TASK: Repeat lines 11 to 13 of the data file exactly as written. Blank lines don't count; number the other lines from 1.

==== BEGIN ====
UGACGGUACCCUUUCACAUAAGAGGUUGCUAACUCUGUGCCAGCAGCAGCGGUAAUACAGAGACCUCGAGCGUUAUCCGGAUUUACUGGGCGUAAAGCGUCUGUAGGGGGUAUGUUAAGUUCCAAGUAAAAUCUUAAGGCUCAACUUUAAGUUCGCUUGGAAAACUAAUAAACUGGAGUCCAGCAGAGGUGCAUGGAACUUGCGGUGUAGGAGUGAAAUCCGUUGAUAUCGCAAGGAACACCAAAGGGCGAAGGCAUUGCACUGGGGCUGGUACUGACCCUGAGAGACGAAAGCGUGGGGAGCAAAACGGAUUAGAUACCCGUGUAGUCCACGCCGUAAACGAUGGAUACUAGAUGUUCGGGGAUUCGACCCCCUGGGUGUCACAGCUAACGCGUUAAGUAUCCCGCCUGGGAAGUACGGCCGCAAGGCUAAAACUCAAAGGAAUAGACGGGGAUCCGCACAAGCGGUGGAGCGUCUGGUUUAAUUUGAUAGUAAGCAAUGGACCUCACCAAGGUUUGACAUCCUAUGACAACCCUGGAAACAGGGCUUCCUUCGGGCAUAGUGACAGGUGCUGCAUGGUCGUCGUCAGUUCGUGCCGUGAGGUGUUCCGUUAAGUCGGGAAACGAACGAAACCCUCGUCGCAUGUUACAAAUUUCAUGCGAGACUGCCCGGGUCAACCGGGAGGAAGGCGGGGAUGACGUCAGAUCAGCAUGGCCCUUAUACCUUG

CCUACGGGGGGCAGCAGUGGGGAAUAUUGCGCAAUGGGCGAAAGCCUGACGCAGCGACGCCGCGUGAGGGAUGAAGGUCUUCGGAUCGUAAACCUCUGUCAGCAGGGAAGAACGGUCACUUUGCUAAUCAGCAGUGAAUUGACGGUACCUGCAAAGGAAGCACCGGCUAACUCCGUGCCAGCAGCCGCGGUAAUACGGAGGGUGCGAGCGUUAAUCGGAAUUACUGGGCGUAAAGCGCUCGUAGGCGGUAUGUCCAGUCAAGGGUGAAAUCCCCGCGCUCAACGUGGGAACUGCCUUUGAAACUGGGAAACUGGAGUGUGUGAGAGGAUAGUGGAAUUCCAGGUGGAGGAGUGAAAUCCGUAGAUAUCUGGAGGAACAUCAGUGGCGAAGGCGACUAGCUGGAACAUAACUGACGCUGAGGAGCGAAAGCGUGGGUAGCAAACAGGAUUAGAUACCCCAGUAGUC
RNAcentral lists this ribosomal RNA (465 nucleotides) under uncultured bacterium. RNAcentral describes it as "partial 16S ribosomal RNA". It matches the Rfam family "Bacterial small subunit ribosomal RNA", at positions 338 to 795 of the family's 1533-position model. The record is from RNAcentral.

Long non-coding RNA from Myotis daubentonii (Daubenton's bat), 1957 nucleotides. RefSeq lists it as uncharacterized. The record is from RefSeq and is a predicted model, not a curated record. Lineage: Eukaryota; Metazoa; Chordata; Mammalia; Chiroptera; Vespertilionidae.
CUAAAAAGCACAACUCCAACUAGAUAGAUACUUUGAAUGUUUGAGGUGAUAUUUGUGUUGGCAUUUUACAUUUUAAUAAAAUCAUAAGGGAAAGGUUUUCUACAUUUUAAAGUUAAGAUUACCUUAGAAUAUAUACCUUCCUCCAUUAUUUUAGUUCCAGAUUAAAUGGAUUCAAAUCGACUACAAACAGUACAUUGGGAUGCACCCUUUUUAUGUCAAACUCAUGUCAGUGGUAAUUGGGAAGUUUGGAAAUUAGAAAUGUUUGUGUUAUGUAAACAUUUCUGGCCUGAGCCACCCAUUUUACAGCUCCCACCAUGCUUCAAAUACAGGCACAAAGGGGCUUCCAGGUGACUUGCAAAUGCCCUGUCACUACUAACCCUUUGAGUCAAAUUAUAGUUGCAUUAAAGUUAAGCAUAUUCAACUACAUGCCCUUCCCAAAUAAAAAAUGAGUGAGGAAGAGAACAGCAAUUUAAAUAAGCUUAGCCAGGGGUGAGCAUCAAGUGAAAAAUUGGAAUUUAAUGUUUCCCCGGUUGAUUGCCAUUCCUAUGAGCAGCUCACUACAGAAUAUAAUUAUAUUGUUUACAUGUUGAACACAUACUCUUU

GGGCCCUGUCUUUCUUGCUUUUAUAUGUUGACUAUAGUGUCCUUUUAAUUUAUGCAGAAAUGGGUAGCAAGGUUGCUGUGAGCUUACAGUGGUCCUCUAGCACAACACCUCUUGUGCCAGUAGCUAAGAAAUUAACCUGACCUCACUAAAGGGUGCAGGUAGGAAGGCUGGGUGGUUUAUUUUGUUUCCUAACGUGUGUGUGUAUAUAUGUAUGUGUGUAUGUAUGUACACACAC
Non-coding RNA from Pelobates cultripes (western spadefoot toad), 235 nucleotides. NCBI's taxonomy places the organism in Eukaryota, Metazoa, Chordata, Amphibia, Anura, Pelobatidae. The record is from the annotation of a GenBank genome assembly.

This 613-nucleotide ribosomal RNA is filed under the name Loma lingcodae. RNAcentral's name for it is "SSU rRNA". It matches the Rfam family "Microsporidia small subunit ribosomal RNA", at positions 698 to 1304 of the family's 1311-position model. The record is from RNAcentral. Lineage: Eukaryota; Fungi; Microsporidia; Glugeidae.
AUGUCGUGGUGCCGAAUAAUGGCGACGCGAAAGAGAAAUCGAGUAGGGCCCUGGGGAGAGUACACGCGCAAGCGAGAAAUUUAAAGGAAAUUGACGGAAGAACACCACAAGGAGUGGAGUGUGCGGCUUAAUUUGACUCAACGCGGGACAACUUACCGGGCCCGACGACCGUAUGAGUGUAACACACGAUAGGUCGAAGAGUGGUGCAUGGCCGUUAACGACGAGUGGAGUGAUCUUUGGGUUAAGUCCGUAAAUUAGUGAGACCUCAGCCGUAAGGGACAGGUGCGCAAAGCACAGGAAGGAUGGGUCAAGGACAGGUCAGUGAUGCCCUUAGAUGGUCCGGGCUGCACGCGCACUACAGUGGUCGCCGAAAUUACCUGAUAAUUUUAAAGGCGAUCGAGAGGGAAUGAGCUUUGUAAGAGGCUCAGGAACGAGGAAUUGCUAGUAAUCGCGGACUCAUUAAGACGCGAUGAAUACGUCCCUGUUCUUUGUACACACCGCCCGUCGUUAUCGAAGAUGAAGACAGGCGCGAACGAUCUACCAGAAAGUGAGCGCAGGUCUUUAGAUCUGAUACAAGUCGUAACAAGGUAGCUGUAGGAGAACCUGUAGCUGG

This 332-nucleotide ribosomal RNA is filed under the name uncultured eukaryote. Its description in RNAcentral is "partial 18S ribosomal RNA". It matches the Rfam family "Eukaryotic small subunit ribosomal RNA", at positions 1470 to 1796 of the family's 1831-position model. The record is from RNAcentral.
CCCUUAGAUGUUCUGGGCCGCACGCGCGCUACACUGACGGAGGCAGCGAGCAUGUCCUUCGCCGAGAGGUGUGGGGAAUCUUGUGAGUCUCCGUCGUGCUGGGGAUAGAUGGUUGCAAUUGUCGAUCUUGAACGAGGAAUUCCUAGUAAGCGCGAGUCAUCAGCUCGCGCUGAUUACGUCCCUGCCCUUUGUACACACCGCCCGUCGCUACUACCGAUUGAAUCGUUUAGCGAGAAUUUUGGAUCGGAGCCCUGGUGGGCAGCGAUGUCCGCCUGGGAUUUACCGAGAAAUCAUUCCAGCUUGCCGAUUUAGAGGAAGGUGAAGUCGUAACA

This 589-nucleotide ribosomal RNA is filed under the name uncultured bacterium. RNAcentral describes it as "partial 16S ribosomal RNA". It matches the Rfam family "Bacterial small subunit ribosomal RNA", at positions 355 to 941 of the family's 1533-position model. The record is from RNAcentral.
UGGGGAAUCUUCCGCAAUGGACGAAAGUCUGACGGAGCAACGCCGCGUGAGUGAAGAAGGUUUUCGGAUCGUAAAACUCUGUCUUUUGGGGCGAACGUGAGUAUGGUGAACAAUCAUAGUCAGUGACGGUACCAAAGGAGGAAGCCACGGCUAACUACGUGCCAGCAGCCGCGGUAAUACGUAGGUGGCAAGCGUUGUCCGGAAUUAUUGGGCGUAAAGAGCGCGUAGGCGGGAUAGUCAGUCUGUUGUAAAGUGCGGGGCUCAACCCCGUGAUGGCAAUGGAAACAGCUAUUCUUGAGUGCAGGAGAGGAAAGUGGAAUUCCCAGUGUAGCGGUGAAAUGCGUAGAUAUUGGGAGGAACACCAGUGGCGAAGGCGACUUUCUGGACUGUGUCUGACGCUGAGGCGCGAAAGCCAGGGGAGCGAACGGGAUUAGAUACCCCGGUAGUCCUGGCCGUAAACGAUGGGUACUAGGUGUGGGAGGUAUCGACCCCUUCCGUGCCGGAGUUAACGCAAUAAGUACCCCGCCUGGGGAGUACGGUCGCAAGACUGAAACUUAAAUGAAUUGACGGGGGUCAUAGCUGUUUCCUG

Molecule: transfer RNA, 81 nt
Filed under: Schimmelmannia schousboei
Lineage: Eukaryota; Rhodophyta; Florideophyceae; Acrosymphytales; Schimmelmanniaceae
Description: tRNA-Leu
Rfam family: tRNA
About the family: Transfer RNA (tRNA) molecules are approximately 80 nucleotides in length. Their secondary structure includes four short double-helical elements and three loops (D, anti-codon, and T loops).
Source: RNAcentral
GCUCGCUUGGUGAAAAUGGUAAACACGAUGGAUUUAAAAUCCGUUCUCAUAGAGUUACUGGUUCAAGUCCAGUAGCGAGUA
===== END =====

CCCUUAGAUGUUCUGGGCCGCACGCGCGCUACACUGACGGAGGCAGCGAGCAUGUCCUUCGCCGAGAGGUGUGGGGAAUCUUGUGAGUCUCCGUCGUGCUGGGGAUAGAUGGUUGCAAUUGUCGAUCUUGAACGAGGAAUUCCUAGUAAGCGCGAGUCAUCAGCUCGCGCUGAUUACGUCCCUGCCCUUUGUACACACCGCCCGUCGCUACUACCGAUUGAAUCGUUUAGCGAGAAUUUUGGAUCGGAGCCCUGGUGGGCAGCGAUGUCCGCCUGGGAUUUACCGAGAAAUCAUUCCAGCUUGCCGAUUUAGAGGAAGGUGAAGUCGUAACA

This 589-nucleotide ribosomal RNA is filed under the name uncultured bacterium. RNAcentral describes it as "partial 16S ribosomal RNA". It matches the Rfam family "Bacterial small subunit ribosomal RNA", at positions 355 to 941 of the family's 1533-position model. The record is from RNAcentral.
UGGGGAAUCUUCCGCAAUGGACGAAAGUCUGACGGAGCAACGCCGCGUGAGUGAAGAAGGUUUUCGGAUCGUAAAACUCUGUCUUUUGGGGCGAACGUGAGUAUGGUGAACAAUCAUAGUCAGUGACGGUACCAAAGGAGGAAGCCACGGCUAACUACGUGCCAGCAGCCGCGGUAAUACGUAGGUGGCAAGCGUUGUCCGGAAUUAUUGGGCGUAAAGAGCGCGUAGGCGGGAUAGUCAGUCUGUUGUAAAGUGCGGGGCUCAACCCCGUGAUGGCAAUGGAAACAGCUAUUCUUGAGUGCAGGAGAGGAAAGUGGAAUUCCCAGUGUAGCGGUGAAAUGCGUAGAUAUUGGGAGGAACACCAGUGGCGAAGGCGACUUUCUGGACUGUGUCUGACGCUGAGGCGCGAAAGCCAGGGGAGCGAACGGGAUUAGAUACCCCGGUAGUCCUGGCCGUAAACGAUGGGUACUAGGUGUGGGAGGUAUCGACCCCUUCCGUGCCGGAGUUAACGCAAUAAGUACCCCGCCUGGGGAGUACGGUCGCAAGACUGAAACUUAAAUGAAUUGACGGGGGUCAUAGCUGUUUCCUG